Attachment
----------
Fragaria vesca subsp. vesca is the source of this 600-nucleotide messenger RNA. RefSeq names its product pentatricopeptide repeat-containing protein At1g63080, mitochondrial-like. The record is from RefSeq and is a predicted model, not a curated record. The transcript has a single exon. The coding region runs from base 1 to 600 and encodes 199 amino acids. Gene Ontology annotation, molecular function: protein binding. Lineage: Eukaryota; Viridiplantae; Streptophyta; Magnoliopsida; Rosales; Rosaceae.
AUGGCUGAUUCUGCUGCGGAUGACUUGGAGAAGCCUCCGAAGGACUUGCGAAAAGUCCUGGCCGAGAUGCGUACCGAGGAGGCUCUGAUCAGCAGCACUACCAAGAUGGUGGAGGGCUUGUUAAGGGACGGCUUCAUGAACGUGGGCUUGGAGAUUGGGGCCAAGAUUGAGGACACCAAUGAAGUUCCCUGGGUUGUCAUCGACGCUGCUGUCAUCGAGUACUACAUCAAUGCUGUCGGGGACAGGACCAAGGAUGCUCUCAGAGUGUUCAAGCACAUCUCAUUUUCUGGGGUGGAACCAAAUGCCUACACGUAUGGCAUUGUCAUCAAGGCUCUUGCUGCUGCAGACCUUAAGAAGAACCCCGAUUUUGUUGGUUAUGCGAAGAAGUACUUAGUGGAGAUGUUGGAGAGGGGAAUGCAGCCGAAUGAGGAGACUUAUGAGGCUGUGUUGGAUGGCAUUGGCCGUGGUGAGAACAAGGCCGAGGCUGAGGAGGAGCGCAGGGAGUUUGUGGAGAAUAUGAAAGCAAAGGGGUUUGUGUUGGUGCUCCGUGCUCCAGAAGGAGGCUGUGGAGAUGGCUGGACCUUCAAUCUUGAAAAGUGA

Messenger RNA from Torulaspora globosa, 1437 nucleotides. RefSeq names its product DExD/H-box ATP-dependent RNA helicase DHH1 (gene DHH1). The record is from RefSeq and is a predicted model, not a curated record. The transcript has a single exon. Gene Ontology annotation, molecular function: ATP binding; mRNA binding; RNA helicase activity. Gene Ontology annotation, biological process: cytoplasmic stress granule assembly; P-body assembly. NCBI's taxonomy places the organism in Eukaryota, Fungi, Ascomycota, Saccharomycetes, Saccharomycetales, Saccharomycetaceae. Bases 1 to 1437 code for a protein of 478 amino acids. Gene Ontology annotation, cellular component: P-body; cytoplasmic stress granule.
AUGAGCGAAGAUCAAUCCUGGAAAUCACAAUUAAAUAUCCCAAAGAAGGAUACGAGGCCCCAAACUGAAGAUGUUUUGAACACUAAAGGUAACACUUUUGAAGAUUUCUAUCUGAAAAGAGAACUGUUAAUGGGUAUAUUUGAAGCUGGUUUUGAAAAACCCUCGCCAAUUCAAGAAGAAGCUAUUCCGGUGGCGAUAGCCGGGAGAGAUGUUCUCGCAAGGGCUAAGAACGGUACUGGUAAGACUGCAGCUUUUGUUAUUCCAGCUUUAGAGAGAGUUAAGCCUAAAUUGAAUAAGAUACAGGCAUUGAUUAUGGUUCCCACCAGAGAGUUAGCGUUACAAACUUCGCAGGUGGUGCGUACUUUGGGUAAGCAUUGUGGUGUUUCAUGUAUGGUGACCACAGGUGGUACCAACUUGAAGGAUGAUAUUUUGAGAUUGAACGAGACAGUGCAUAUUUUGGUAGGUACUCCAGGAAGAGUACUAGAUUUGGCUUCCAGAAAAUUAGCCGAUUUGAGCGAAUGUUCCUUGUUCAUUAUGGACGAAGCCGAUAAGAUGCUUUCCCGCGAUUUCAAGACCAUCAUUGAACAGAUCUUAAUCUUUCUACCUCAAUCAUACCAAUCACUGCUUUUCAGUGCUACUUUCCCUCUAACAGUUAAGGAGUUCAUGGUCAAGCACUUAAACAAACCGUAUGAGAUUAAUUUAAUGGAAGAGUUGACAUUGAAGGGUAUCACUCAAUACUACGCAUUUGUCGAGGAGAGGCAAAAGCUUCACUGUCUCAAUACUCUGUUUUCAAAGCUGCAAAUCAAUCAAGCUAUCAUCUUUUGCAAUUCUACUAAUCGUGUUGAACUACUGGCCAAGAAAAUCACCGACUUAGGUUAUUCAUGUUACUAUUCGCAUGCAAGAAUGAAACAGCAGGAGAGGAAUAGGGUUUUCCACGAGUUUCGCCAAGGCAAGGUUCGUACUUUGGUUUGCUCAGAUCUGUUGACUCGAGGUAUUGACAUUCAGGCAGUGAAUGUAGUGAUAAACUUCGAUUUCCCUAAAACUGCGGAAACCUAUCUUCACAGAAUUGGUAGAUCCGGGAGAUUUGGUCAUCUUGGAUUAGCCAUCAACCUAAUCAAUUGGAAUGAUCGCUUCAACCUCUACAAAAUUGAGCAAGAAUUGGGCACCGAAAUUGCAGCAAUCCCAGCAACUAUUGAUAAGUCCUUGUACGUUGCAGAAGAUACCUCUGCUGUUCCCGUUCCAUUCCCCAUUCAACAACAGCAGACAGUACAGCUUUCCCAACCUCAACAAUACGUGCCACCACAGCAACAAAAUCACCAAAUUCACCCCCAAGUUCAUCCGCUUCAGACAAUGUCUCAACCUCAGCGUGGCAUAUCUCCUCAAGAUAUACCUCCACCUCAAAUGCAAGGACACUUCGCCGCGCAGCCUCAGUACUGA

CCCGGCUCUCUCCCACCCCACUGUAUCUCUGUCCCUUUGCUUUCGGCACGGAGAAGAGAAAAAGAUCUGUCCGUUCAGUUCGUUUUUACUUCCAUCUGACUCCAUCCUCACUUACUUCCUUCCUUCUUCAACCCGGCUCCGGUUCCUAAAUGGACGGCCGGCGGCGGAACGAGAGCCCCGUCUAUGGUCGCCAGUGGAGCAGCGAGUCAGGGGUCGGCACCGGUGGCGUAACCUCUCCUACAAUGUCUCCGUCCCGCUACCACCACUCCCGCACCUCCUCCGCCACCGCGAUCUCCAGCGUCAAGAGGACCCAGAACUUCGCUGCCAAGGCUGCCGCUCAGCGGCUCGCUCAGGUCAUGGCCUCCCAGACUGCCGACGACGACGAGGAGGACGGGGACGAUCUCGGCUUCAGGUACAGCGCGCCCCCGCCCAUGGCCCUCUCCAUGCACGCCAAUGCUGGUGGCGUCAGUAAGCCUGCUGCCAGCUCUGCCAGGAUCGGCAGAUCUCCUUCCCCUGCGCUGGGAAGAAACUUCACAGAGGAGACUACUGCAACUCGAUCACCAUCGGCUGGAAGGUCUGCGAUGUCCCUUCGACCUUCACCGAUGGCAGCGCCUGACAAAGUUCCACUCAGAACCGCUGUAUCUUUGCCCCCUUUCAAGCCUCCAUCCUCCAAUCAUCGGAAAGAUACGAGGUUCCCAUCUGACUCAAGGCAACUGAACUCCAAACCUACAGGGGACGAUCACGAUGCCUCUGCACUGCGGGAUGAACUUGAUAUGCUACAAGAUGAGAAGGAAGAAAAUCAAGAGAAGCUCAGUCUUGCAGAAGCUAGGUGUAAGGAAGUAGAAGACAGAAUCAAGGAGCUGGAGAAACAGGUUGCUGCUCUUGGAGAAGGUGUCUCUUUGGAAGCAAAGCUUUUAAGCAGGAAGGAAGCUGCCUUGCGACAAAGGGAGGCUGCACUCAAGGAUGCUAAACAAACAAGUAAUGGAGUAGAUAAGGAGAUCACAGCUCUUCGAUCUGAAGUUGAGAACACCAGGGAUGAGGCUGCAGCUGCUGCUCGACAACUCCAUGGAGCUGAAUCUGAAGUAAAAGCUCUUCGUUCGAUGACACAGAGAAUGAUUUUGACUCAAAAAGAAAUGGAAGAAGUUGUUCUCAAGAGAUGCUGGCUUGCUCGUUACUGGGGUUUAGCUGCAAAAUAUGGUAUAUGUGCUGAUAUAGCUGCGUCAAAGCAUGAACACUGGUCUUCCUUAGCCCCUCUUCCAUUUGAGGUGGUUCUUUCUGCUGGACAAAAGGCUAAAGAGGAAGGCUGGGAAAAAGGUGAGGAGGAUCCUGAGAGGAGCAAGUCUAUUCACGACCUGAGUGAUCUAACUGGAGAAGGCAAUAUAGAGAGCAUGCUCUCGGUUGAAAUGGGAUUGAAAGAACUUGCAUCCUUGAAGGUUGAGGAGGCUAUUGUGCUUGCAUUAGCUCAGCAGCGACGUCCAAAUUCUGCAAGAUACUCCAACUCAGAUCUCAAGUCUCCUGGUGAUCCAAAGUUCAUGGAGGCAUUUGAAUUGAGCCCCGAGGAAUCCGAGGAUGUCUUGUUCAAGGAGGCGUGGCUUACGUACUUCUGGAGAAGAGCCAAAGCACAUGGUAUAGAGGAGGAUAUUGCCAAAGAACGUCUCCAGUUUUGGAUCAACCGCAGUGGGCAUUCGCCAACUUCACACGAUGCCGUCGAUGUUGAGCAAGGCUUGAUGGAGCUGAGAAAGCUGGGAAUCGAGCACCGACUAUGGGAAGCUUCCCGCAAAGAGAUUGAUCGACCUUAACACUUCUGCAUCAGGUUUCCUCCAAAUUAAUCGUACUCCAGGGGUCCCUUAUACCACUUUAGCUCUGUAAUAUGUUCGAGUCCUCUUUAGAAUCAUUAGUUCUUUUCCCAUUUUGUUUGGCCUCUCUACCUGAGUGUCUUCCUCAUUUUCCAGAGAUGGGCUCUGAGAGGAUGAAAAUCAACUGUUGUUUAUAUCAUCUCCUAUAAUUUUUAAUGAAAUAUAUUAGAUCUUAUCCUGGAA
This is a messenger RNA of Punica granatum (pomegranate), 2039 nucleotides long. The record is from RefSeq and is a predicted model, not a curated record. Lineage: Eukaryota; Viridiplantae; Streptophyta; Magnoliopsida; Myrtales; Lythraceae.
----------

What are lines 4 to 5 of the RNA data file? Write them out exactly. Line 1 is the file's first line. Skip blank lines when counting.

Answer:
AUGAGCGAAGAUCAAUCCUGGAAAUCACAAUUAAAUAUCCCAAAGAAGGAUACGAGGCCCCAAACUGAAGAUGUUUUGAACACUAAAGGUAACACUUUUGAAGAUUUCUAUCUGAAAAGAGAACUGUUAAUGGGUAUAUUUGAAGCUGGUUUUGAAAAACCCUCGCCAAUUCAAGAAGAAGCUAUUCCGGUGGCGAUAGCCGGGAGAGAUGUUCUCGCAAGGGCUAAGAACGGUACUGGUAAGACUGCAGCUUUUGUUAUUCCAGCUUUAGAGAGAGUUAAGCCUAAAUUGAAUAAGAUACAGGCAUUGAUUAUGGUUCCCACCAGAGAGUUAGCGUUACAAACUUCGCAGGUGGUGCGUACUUUGGGUAAGCAUUGUGGUGUUUCAUGUAUGGUGACCACAGGUGGUACCAACUUGAAGGAUGAUAUUUUGAGAUUGAACGAGACAGUGCAUAUUUUGGUAGGUACUCCAGGAAGAGUACUAGAUUUGGCUUCCAGAAAAUUAGCCGAUUUGAGCGAAUGUUCCUUGUUCAUUAUGGACGAAGCCGAUAAGAUGCUUUCCCGCGAUUUCAAGACCAUCAUUGAACAGAUCUUAAUCUUUCUACCUCAAUCAUACCAAUCACUGCUUUUCAGUGCUACUUUCCCUCUAACAGUUAAGGAGUUCAUGGUCAAGCACUUAAACAAACCGUAUGAGAUUAAUUUAAUGGAAGAGUUGACAUUGAAGGGUAUCACUCAAUACUACGCAUUUGUCGAGGAGAGGCAAAAGCUUCACUGUCUCAAUACUCUGUUUUCAAAGCUGCAAAUCAAUCAAGCUAUCAUCUUUUGCAAUUCUACUAAUCGUGUUGAACUACUGGCCAAGAAAAUCACCGACUUAGGUUAUUCAUGUUACUAUUCGCAUGCAAGAAUGAAACAGCAGGAGAGGAAUAGGGUUUUCCACGAGUUUCGCCAAGGCAAGGUUCGUACUUUGGUUUGCUCAGAUCUGUUGACUCGAGGUAUUGACAUUCAGGCAGUGAAUGUAGUGAUAAACUUCGAUUUCCCUAAAACUGCGGAAACCUAUCUUCACAGAAUUGGUAGAUCCGGGAGAUUUGGUCAUCUUGGAUUAGCCAUCAACCUAAUCAAUUGGAAUGAUCGCUUCAACCUCUACAAAAUUGAGCAAGAAUUGGGCACCGAAAUUGCAGCAAUCCCAGCAACUAUUGAUAAGUCCUUGUACGUUGCAGAAGAUACCUCUGCUGUUCCCGUUCCAUUCCCCAUUCAACAACAGCAGACAGUACAGCUUUCCCAACCUCAACAAUACGUGCCACCACAGCAACAAAAUCACCAAAUUCACCCCCAAGUUCAUCCGCUUCAGACAAUGUCUCAACCUCAGCGUGGCAUAUCUCCUCAAGAUAUACCUCCACCUCAAAUGCAAGGACACUUCGCCGCGCAGCCUCAGUACUGA

CCCGGCUCUCUCCCACCCCACUGUAUCUCUGUCCCUUUGCUUUCGGCACGGAGAAGAGAAAAAGAUCUGUCCGUUCAGUUCGUUUUUACUUCCAUCUGACUCCAUCCUCACUUACUUCCUUCCUUCUUCAACCCGGCUCCGGUUCCUAAAUGGACGGCCGGCGGCGGAACGAGAGCCCCGUCUAUGGUCGCCAGUGGAGCAGCGAGUCAGGGGUCGGCACCGGUGGCGUAACCUCUCCUACAAUGUCUCCGUCCCGCUACCACCACUCCCGCACCUCCUCCGCCACCGCGAUCUCCAGCGUCAAGAGGACCCAGAACUUCGCUGCCAAGGCUGCCGCUCAGCGGCUCGCUCAGGUCAUGGCCUCCCAGACUGCCGACGACGACGAGGAGGACGGGGACGAUCUCGGCUUCAGGUACAGCGCGCCCCCGCCCAUGGCCCUCUCCAUGCACGCCAAUGCUGGUGGCGUCAGUAAGCCUGCUGCCAGCUCUGCCAGGAUCGGCAGAUCUCCUUCCCCUGCGCUGGGAAGAAACUUCACAGAGGAGACUACUGCAACUCGAUCACCAUCGGCUGGAAGGUCUGCGAUGUCCCUUCGACCUUCACCGAUGGCAGCGCCUGACAAAGUUCCACUCAGAACCGCUGUAUCUUUGCCCCCUUUCAAGCCUCCAUCCUCCAAUCAUCGGAAAGAUACGAGGUUCCCAUCUGACUCAAGGCAACUGAACUCCAAACCUACAGGGGACGAUCACGAUGCCUCUGCACUGCGGGAUGAACUUGAUAUGCUACAAGAUGAGAAGGAAGAAAAUCAAGAGAAGCUCAGUCUUGCAGAAGCUAGGUGUAAGGAAGUAGAAGACAGAAUCAAGGAGCUGGAGAAACAGGUUGCUGCUCUUGGAGAAGGUGUCUCUUUGGAAGCAAAGCUUUUAAGCAGGAAGGAAGCUGCCUUGCGACAAAGGGAGGCUGCACUCAAGGAUGCUAAACAAACAAGUAAUGGAGUAGAUAAGGAGAUCACAGCUCUUCGAUCUGAAGUUGAGAACACCAGGGAUGAGGCUGCAGCUGCUGCUCGACAACUCCAUGGAGCUGAAUCUGAAGUAAAAGCUCUUCGUUCGAUGACACAGAGAAUGAUUUUGACUCAAAAAGAAAUGGAAGAAGUUGUUCUCAAGAGAUGCUGGCUUGCUCGUUACUGGGGUUUAGCUGCAAAAUAUGGUAUAUGUGCUGAUAUAGCUGCGUCAAAGCAUGAACACUGGUCUUCCUUAGCCCCUCUUCCAUUUGAGGUGGUUCUUUCUGCUGGACAAAAGGCUAAAGAGGAAGGCUGGGAAAAAGGUGAGGAGGAUCCUGAGAGGAGCAAGUCUAUUCACGACCUGAGUGAUCUAACUGGAGAAGGCAAUAUAGAGAGCAUGCUCUCGGUUGAAAUGGGAUUGAAAGAACUUGCAUCCUUGAAGGUUGAGGAGGCUAUUGUGCUUGCAUUAGCUCAGCAGCGACGUCCAAAUUCUGCAAGAUACUCCAACUCAGAUCUCAAGUCUCCUGGUGAUCCAAAGUUCAUGGAGGCAUUUGAAUUGAGCCCCGAGGAAUCCGAGGAUGUCUUGUUCAAGGAGGCGUGGCUUACGUACUUCUGGAGAAGAGCCAAAGCACAUGGUAUAGAGGAGGAUAUUGCCAAAGAACGUCUCCAGUUUUGGAUCAACCGCAGUGGGCAUUCGCCAACUUCACACGAUGCCGUCGAUGUUGAGCAAGGCUUGAUGGAGCUGAGAAAGCUGGGAAUCGAGCACCGACUAUGGGAAGCUUCCCGCAAAGAGAUUGAUCGACCUUAACACUUCUGCAUCAGGUUUCCUCCAAAUUAAUCGUACUCCAGGGGUCCCUUAUACCACUUUAGCUCUGUAAUAUGUUCGAGUCCUCUUUAGAAUCAUUAGUUCUUUUCCCAUUUUGUUUGGCCUCUCUACCUGAGUGUCUUCCUCAUUUUCCAGAGAUGGGCUCUGAGAGGAUGAAAAUCAACUGUUGUUUAUAUCAUCUCCUAUAAUUUUUAAUGAAAUAUAUUAGAUCUUAUCCUGGAA